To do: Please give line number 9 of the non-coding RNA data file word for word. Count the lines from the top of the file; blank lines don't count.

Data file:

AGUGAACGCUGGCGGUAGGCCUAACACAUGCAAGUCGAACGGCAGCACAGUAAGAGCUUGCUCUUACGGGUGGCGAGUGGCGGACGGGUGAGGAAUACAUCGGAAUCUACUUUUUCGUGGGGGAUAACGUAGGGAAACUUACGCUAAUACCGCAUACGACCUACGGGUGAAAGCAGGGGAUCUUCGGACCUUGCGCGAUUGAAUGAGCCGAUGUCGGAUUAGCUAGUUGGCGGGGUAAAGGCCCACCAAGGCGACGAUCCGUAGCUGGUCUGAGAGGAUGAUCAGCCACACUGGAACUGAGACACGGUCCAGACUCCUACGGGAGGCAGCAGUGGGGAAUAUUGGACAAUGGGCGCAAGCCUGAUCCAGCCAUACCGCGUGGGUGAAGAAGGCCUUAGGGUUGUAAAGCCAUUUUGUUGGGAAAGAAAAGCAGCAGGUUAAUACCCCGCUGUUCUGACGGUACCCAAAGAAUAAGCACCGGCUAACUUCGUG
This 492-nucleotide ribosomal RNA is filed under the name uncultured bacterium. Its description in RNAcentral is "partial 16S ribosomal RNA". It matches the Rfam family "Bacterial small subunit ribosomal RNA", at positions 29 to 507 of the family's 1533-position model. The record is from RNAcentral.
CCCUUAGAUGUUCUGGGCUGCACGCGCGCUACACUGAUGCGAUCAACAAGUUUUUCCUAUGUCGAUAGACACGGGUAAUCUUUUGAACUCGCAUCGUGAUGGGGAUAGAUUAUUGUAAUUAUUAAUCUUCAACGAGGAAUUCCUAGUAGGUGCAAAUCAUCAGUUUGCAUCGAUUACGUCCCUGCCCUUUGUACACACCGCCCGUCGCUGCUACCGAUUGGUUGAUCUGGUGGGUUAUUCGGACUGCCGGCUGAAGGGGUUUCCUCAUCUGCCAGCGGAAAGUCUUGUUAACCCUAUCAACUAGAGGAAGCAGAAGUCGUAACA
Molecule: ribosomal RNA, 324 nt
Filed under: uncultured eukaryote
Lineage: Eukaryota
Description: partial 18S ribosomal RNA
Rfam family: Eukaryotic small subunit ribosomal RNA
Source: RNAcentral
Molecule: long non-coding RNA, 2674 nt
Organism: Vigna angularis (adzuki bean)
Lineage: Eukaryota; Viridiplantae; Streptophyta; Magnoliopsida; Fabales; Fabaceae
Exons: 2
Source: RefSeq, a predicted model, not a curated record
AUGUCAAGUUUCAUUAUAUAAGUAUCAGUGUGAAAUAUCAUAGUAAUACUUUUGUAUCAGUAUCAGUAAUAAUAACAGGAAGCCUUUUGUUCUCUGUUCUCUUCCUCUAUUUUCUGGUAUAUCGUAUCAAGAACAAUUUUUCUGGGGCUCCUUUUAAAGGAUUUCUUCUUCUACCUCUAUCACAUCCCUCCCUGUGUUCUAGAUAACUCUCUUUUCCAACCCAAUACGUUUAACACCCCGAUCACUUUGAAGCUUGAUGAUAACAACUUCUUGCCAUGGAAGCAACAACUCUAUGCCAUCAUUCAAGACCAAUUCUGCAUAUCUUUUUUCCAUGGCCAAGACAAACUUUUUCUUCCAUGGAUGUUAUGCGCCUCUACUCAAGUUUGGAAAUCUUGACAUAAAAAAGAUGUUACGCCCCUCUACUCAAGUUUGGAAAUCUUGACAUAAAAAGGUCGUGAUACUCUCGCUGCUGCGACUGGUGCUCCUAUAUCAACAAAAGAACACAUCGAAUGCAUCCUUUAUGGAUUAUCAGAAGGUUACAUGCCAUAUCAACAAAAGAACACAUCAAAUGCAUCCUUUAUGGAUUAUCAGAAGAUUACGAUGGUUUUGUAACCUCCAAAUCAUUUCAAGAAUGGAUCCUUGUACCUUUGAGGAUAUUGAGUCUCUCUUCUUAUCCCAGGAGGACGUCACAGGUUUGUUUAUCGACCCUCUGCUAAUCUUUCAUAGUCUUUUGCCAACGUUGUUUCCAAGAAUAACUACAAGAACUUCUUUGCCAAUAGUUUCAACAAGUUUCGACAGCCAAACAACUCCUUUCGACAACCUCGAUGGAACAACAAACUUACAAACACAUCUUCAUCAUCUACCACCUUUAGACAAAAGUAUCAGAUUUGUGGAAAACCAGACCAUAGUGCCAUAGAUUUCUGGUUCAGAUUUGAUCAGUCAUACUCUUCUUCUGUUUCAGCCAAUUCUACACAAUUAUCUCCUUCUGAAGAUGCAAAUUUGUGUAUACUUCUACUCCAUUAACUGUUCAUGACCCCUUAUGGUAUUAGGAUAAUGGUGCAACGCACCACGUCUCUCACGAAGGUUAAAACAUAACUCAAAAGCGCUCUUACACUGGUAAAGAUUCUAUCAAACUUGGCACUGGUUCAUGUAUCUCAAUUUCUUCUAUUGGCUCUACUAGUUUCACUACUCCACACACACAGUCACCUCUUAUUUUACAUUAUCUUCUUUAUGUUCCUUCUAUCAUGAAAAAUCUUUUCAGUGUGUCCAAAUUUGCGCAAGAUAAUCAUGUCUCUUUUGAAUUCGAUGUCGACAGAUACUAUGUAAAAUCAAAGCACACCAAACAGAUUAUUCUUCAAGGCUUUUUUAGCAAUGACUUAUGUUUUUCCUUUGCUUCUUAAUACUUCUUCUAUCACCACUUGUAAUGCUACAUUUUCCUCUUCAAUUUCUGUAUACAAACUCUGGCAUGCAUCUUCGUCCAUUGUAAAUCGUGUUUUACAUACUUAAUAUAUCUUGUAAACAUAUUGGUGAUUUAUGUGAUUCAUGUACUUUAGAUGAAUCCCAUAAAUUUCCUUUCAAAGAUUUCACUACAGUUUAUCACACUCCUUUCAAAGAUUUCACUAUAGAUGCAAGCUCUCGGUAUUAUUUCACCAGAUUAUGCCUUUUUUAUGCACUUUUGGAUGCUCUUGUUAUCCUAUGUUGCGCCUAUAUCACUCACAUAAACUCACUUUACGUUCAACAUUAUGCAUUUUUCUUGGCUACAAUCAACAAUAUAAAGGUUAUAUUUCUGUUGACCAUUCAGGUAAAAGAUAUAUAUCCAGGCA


Source: RNAcentral